Symphony ready for challenge

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By Tris DeRoma

The audience may be ready for the Los Alamos Symphony Orchestra’s Friday concert, but is the Los Alamos Symphony Orchestra ready?

This year’s Fall concert features just three works, but they are doozies.

They all date from the 19th Century area of classical music, when orchestras were big and brassy and the music was intricate and dynamic.

This year, the orchestra will be tackling the “Symphonie Fantastique” and the “Roman Carnival,” by Berlioz, and “Espana,” by Chabrier.

LASO Concertmaster Brian Newnam said he believes the orchestra is up to the challenge.

“Symphonie Fantastique” is one of the major masterpieces of the 19th century. It’s quite difficult, but really colorful, very dramatic,” he said. “Everyone wants to play it because it’s so difficult to put together with the tempo changes, and lots of brass.”

Known as an early romantic piece, “Symphonie Fantastique” swirls with emotion. The conductor wrote it to express his anguish over at first was an unrequited love affair.

Solos will be hear throughout the piece featuring the flute, the oboe, the clarinet, horns and violins.
The other Berlioz piece, “Roman Carnival Overture”, features a big solo by the English horn. It is taken from Berlioz’ “Opera Benevento Cellini.”

“Espana,” by Emmanuel Chabrier, is a short rhapsody for a full orchestra. Chabrier was inspired to write the 1883 composition after a recent visit to Spain. Conductor David Chavez said that though the piece is a smaller composition than the others, it’s no less intricate and challenging.

“It has to be done well in order to sound simple,” Chavez said.

“Symphonie Fantastique” will be 40 minutes long and take place in the second half of the concert. The first half will comprise of “Roman Carnival Overture” and “Espana.”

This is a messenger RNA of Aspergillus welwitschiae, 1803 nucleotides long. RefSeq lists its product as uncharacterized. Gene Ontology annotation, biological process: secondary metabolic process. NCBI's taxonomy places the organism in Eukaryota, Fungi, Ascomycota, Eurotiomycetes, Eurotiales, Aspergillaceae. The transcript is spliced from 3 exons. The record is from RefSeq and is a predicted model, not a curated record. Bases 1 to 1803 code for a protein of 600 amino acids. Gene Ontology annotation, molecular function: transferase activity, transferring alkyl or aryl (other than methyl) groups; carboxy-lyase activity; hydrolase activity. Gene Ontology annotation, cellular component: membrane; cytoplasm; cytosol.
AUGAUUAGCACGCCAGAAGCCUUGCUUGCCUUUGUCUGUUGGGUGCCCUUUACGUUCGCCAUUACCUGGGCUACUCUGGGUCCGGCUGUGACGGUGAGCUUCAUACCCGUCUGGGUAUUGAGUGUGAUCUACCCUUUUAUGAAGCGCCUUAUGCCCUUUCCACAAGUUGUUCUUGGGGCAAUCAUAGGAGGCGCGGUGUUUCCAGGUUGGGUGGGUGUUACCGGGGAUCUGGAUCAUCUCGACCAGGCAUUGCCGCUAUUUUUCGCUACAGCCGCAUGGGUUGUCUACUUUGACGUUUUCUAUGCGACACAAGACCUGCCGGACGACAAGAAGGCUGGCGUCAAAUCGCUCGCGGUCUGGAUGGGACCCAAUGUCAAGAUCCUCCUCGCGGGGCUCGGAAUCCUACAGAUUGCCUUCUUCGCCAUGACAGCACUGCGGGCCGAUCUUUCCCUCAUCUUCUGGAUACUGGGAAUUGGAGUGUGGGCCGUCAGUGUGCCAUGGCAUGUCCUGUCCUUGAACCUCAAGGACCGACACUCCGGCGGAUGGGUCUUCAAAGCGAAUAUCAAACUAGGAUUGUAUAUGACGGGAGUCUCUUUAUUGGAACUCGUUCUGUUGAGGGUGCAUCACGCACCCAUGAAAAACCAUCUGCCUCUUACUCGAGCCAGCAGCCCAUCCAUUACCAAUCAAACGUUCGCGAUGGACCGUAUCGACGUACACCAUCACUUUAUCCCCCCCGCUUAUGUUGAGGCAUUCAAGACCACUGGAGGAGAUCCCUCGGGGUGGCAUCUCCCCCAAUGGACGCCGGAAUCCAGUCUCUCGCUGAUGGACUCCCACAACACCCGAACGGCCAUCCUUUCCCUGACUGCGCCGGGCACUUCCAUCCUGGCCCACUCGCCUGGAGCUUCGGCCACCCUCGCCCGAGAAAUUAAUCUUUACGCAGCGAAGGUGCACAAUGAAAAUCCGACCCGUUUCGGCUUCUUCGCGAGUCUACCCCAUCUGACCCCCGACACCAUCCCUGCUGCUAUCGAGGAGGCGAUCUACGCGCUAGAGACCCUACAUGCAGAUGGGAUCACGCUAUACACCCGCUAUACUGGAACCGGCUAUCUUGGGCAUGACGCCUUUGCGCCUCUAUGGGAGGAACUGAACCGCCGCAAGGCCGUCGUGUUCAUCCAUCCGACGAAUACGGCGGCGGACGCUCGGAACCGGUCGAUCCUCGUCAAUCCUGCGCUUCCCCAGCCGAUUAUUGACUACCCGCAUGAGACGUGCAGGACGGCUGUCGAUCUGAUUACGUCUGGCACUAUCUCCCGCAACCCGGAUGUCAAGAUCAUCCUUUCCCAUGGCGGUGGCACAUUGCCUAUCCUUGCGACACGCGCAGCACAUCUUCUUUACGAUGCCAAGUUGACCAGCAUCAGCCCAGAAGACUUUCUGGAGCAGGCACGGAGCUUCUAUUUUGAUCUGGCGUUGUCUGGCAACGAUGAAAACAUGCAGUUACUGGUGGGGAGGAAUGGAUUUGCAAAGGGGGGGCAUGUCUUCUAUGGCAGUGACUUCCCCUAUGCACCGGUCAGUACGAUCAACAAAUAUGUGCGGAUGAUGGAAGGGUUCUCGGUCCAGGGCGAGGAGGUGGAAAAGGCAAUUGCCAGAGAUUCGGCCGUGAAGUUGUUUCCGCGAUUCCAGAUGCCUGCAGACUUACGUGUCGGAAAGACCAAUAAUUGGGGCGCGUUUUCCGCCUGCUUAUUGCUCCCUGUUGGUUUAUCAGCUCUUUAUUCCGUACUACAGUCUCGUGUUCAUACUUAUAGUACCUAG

“The big pressure will be in the second half,” Newnam said.

Newnam is in charge of the getting the bowing charts to the string players, an important step toward getting the sound of the three compositions just right.

“The bowings are rather crucial to able to be able to play the piece well. If you have people just bowing any old way, you do not get a synchronized sound,” Newnam said. “Bowings help section the sound like a single violin. It’s hard to play, but uniformity helps.”

Newnam started with the orchestra in the Spring of 1973, and is 77-years-old. He is the first violinist in the orchestra and can also play viola.

Newnam feels though that this is going to be a very enjoyable concert for everyone.

He and the rest of the orchestra have always loved playing for a Los Alamos audience.

“The Los Alamos audience is of course very generous and very supportive, unless of course we really mess it up,” Newnam quipped. They’ve taken into account that not everyone on the orchestra is a professional.”

The concert will be Nov. 2, 7 p.m. at the Crossroads Bible Church. Donations are accepted.